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c++ library for Sikuli

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Octocat-spinner-32 examples
Octocat-spinner-32 include
Octocat-spinner-32 interfaces
Octocat-spinner-32 lib
Octocat-spinner-32 sikuli.xcodeproj
Octocat-spinner-32 src
Octocat-spinner-32 test
Octocat-spinner-32 .gitignore
Octocat-spinner-32 CMakeLists.txt
Octocat-spinner-32 README
Octocat-spinner-32 build.sh
README
Dependencies
------------

 * opencv2.1

      A computer vision library the Sikuli's visual technology is
      based upon.

 * libcurl   
      
      A URL transfer library used by Sikuli to load a target image from
      a web location so that we can do something like 

          click("http://www.sikuli.org/images/some-button.png")


Build and install Sikuli Python module
--------------------------------------

Download the source from github

$ git clone git://github.com/doubleshow/libsikuli.git

Run the Python setup script

$ cd sikuli
$ python setup.rb install

Test if it's working by running an example script

$ cd examples/python
$ python mute.rb

You can also try some basic Sikuli commands from Python's interactive shell

$ python
Python 2.7 (r27:82508, Jul  3 2010, 21:12:11) 
[GCC 4.0.1 (Apple Inc. build 5493)] on darwin
Type "help", "copyright", "credits" or "license" for more information.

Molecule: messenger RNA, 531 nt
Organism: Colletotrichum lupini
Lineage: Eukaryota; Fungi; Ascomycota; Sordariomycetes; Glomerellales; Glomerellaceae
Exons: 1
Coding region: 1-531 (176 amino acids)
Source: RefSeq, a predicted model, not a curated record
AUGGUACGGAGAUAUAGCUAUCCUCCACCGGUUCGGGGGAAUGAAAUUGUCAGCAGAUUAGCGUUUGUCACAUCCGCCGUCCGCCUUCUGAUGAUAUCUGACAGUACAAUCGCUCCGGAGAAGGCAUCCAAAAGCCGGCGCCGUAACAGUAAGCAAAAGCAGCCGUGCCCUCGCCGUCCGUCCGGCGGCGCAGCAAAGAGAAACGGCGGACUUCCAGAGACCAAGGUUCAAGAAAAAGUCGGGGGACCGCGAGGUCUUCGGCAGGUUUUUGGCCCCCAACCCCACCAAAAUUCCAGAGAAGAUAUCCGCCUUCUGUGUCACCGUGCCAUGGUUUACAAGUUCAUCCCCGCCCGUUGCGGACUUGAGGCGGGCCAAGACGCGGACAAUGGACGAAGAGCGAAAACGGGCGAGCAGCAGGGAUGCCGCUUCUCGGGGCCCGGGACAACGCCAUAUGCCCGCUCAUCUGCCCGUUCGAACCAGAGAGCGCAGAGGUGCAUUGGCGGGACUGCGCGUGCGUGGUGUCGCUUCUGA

>>> from sikuli import *
>>> click("http://www.sikuli.org/images/apple.png")



Running a script created by the Sikuli IDE
------------------------------------------

1. Use Sikuli-IDE to create a simple script to click on something.

click(IMAGE)

2. Save the script as click.sikuli

When saving the script, the Sikuli IDE will create a new directory
called click.sikuli under the directory you choose to save the
script. Using the console, you can examine the content of the
click.sikuli directory as follows:

$ cd click.sikuli
$ ls

  1281093568271.png  click.html  click.py

click.py is the python script with the one line of code you just
wrote. click.html is a web page letting you visualize the
script. 1281093568271.png is the image you captured and assigned to
the click command as the target. This image's filename is a random
number generated by the IDE and does not have any special
meaning. Don't be surprised if you see a different filename for this
image on your system.

3. To run click.py as a pure Python script. We need to explicitly
import the sikuli module in the script using an import statement. To
do so, open click.py in a text editor and add the following line in
the beginning of the file:

from sikuli import *

Note that when running the script, Sikuli IDE automatically adds the
import statement to the script and that's why we don't need to bother
adding the import statement.

After adding the import statement, the modified script should look
like:

from sikuli import * 
click("1281093568271.png")

4. In the console, run the script as follows:

$ python click.py



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